The novel’s title semaphores its mission of subtle subversion. How Hard Can It Be? Let us count the ways! Reddy is a 49-year-old mother of teens, returning to work while attempting to support doddery relatives, maintain marital intimacy and renovate a clapped-out house. First-world problems, perhaps, but nonetheless the ones that drive most women of my acquaintance to counselling, pills, booze, despair, or all four.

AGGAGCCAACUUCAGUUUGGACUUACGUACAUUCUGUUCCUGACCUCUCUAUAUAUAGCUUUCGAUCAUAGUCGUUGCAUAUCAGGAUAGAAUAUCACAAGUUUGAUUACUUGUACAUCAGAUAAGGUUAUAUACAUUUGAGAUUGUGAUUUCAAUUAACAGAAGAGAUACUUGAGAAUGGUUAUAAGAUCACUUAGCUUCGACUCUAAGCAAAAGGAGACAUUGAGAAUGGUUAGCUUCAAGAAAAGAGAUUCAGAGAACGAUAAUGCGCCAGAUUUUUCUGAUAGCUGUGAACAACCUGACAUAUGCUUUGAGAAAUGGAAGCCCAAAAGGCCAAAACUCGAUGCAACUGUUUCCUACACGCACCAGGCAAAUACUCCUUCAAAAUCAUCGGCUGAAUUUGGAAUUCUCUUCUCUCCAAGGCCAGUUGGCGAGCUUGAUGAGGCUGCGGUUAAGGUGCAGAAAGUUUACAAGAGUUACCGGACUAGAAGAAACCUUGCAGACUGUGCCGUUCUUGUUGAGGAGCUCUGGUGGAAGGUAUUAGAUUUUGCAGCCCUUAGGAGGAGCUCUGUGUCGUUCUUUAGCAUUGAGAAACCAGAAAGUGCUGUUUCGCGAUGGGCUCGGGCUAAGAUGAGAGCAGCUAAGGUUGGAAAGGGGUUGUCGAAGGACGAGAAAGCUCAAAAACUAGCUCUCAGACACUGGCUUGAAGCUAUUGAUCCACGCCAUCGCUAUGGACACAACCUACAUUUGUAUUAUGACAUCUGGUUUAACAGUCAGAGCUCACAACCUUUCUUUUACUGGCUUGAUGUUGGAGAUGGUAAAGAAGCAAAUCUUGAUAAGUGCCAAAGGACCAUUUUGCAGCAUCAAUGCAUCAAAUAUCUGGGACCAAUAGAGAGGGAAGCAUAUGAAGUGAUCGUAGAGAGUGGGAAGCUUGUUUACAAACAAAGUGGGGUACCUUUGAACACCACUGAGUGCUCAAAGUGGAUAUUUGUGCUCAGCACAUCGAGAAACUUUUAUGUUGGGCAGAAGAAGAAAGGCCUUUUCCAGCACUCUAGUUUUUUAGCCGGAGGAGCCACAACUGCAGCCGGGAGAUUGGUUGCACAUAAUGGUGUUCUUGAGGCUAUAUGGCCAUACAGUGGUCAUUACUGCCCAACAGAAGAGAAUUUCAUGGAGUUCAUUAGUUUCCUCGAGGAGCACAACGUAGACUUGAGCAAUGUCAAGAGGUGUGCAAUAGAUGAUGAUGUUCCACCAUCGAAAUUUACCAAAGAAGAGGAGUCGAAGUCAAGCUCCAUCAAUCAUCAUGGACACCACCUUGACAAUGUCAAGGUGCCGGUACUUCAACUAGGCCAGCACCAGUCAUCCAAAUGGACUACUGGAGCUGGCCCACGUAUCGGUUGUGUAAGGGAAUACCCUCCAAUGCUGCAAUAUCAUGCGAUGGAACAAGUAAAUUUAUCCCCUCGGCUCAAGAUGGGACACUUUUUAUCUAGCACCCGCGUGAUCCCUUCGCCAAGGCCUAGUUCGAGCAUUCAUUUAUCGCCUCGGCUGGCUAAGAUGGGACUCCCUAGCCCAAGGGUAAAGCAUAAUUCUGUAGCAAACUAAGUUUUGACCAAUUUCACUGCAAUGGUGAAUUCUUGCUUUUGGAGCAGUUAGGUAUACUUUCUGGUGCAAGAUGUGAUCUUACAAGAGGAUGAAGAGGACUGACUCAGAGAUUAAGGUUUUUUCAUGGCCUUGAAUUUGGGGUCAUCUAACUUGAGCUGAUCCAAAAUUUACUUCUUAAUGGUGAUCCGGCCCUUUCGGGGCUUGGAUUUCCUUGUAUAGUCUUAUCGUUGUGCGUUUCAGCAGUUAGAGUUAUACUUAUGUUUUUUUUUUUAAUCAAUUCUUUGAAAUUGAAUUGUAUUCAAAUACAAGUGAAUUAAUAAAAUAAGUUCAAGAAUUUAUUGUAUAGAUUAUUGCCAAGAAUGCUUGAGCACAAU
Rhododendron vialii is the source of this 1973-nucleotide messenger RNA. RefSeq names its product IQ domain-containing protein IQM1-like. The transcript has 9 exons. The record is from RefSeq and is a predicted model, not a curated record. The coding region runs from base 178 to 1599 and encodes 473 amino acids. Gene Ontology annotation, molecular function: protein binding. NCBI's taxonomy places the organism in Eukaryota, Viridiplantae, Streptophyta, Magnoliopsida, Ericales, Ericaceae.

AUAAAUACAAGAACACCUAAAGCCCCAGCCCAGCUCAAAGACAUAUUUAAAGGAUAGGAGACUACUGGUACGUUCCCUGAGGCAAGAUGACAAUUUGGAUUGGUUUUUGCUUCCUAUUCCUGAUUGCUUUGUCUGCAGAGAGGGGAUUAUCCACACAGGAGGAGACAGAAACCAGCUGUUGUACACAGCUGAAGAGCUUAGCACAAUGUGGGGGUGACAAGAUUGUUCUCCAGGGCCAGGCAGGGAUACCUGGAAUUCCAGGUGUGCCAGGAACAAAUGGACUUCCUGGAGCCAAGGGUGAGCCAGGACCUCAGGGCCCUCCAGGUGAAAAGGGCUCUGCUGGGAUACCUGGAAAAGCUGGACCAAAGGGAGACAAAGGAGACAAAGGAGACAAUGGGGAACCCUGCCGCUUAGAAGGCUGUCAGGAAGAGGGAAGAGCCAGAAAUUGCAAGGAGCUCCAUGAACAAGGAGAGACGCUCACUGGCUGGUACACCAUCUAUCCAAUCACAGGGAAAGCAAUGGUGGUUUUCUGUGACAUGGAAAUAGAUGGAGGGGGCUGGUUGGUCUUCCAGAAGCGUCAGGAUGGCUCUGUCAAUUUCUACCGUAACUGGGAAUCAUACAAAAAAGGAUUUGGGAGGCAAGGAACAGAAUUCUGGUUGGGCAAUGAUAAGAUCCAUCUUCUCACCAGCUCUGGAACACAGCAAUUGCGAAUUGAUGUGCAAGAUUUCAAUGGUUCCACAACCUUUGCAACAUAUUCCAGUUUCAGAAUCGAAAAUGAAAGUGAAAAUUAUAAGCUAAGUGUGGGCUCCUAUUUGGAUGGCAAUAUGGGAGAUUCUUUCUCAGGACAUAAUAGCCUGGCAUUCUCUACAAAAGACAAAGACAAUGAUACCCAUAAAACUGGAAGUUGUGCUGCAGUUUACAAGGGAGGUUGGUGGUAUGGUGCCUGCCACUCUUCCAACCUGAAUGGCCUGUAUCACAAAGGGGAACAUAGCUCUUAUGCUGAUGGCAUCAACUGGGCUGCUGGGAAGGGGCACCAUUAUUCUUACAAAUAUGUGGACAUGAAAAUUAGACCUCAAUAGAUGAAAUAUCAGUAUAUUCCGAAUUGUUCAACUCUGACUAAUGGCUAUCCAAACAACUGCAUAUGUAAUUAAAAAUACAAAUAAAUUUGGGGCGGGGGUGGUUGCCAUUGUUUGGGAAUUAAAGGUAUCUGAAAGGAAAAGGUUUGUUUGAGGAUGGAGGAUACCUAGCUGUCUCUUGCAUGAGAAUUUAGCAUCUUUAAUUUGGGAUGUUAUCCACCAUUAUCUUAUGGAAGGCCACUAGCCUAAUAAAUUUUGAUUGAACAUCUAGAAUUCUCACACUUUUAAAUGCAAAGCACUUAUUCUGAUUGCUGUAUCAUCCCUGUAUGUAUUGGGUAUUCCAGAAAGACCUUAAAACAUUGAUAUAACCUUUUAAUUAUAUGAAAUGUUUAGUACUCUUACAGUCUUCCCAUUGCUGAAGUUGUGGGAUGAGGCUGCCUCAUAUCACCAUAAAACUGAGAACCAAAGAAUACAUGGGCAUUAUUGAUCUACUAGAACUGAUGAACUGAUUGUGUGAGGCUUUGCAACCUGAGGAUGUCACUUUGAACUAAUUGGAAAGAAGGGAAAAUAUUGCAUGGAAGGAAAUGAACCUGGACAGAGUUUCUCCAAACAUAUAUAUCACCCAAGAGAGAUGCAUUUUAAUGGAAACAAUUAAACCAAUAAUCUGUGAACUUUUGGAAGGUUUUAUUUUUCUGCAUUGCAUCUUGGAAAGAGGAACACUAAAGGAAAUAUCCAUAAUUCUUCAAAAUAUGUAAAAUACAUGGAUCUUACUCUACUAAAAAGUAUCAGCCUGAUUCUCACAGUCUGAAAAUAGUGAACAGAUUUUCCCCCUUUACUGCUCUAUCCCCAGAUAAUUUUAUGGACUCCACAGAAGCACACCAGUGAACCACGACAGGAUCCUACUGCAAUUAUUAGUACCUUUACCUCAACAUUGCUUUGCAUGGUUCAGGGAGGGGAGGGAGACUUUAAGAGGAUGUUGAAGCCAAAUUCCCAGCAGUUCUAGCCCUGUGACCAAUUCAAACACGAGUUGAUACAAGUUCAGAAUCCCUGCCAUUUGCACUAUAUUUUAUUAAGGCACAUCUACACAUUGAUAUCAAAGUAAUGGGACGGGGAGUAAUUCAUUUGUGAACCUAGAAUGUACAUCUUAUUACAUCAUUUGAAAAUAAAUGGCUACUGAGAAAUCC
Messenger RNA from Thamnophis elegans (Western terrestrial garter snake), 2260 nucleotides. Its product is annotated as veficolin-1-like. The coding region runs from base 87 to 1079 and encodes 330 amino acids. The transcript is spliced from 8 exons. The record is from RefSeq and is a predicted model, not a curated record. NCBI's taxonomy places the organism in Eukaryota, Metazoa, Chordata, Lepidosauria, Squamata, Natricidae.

Another thing that’s hard is writing a sequel to a bestseller. I Don’t Know How She Does It was the handbook for multitasking mothers of the 2000s. We embraced Reddy as a God-sent riposte to the notion that a woman’s worries would be over if she simply landed her own Mr Darcy. As Pearson slyly showed, that’s when the real problems start – when women try to navigate the labyrinthine paths of professional ambition, maternal guilt, spousal neglect and all-round exhaustion. Reddy’s return for a gimlet-eyed appraisal of the sandwich generation (the squeezed ham between needy teens and demanding parents) could not be more timely. I found the book so freakishly apposite that I snorted with laughter throughout. Like Reddy, I am looking down the gun-barrel of 50, while returning to work full-time and attempting to fathom the social media sea in which my teenager swims.

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